Switchel, an Old-School Farmers' Tonic, Makes Its Way into Bars
Are you ready for the next kombucha? Switchel — made with apple cider vinegar, ginger and sugar — was once the drink of choice for colonial-era farmers; in recent years, it’s gained street cred as an artisanal tonic for health and energy.
Susan Alexa was making the drink at home for 30 years before launching the Vermont Switchel Company in 2012, using farmers markets to get the word out in a state that’s considered the beverage’s home on the East coast. She uses a recipe originated by her husband’s seventh-generation farming family that she’s tinkered with over the years. This is her third career, and the company has been growing, now doing online sales and distribution throughout New England.
“People are looking for things that are cleaner tasting,” she suggests as a reason for the surge in popularity. As sugary drinks are under sustained attack for causing health issues, people are looking for something like their switchel, which uses the lower-glycemic maple syrup and blackstrap molasses. “I think it also helps people relate to their agrarian roots to drink something that was once very popular because it was simple, pure and effective.”
The company is working with Vermont orchardists to make a bulk apple cider vinegar so they can source locally, and they’ve been connecting with the state’s craft distilleries to test its cocktail applications. Traditionally, switchel would’ve been combined with rum — a combination that harks back to switchel’s history in the Caribbean, where rum was produced alongside sugar. “The whole cocktail thing was an unintended consequence of starting this company,” Alexa, a professed wine drinker, notes. But customer demand led to experimentation. She’s taken to freezing a bit of switchel and then pouring a local bourbon over it so that it dilutes more slowly. About 30 percent of her customers, she says, buy switchel to mix with spirits.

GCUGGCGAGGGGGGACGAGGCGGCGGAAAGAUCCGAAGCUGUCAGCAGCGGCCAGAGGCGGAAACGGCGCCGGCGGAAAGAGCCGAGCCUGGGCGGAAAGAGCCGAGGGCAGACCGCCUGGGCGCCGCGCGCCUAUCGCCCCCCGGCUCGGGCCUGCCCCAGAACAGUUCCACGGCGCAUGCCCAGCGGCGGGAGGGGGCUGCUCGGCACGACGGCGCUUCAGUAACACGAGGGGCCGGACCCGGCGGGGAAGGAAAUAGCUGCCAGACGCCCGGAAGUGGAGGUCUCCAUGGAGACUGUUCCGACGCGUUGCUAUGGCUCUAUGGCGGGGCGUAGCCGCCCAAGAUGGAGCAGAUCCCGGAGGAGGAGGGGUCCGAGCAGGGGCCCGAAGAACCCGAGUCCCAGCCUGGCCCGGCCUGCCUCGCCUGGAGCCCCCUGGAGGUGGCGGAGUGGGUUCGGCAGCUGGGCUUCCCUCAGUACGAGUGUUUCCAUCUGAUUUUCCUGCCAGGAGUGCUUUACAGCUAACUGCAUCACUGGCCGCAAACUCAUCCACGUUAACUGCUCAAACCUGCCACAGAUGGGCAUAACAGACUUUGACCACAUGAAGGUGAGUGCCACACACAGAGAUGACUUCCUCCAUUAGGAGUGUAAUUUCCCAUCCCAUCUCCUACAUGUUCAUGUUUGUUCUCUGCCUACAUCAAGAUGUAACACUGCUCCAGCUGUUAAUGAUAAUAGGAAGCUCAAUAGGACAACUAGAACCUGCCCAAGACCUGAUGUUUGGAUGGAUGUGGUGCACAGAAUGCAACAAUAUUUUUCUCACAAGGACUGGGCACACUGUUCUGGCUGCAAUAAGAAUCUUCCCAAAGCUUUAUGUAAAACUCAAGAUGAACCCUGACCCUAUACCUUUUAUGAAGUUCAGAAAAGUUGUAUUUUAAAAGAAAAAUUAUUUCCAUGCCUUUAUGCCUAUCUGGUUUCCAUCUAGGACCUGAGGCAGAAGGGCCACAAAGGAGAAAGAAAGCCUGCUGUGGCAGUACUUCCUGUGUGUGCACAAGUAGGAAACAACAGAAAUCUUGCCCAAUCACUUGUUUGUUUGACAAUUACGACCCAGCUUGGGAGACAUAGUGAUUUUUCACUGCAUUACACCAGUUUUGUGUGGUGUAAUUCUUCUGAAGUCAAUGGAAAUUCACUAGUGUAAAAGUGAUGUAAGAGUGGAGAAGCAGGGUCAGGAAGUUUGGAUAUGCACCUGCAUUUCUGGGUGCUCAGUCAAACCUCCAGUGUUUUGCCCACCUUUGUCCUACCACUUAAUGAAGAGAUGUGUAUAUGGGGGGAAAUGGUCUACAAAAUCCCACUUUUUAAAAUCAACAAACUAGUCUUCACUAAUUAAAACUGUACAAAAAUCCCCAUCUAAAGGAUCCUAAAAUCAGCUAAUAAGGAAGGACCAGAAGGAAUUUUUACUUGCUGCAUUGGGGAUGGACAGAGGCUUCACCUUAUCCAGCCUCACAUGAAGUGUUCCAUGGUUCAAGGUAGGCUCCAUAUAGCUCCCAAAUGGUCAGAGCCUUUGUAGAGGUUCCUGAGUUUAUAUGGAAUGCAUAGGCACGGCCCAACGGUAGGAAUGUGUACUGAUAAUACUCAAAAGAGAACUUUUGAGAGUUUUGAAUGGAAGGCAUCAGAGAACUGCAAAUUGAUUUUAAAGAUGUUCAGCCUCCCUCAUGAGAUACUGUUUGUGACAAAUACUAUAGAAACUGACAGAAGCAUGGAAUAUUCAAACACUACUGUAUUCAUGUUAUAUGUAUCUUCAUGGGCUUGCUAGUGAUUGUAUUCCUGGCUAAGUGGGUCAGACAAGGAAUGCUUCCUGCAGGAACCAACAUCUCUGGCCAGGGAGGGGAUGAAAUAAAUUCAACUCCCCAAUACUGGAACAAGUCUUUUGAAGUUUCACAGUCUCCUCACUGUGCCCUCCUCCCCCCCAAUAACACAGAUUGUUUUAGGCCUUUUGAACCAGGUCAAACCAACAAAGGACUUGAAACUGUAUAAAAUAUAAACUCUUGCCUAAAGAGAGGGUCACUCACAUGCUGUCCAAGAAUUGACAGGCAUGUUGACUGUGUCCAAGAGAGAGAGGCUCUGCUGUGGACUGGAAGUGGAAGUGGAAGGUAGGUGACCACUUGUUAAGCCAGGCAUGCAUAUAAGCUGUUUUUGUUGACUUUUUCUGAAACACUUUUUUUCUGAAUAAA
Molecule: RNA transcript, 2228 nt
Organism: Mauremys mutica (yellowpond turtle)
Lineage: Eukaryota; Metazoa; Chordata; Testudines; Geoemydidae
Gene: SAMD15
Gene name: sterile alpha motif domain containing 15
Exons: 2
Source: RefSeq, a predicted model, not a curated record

At Montana’s Trail House in Bushwick, Brooklyn, they are making their own switchel. Chef Nate Courtland loves fermentation experiments — from vinegar to hot sauce to kimchi — and makes his own apple cider vinegar for the restaurant’s concentrated take on the drink (which is also used in food menu items like switchel-glazed carrots).
Bar manager Austin Hartman calls the farmer’s punch the grandmother of kombucha and was inspired by its native East Coast history. “Once we honed in on the recipe, options kept presenting themselves,” Hartman says of the inspiration for making it a large chunk of the drink menu. Before opening there were eight possible switchel drinks, which they whittled down to five. It includes a straight shot, a Switch Back (a shot of rye served alongside a shot of switchel, a la pickleback), a switchel cocktail made with your choice of spirit, and more.
“People come in just to do a shot of it and then leave,” Hartman tells me. It adds a great option for people who don’t drink but would love to have something more interesting than a soda, especially because of its healthy qualities — which is why some people stop by the restaurant like it’s a juice bar serving up tiny doses of wheatgrass.
At the Trail House, they’re also experimenting with barrel-aging the switchel and have no plans to stop producing it; they’re even making plans to bottle it. As word spreads and production of the beverage on a craft scale continues to grow, there’s no doubt you’ll soon be sipping on switchel cocktails — if you haven’t already.
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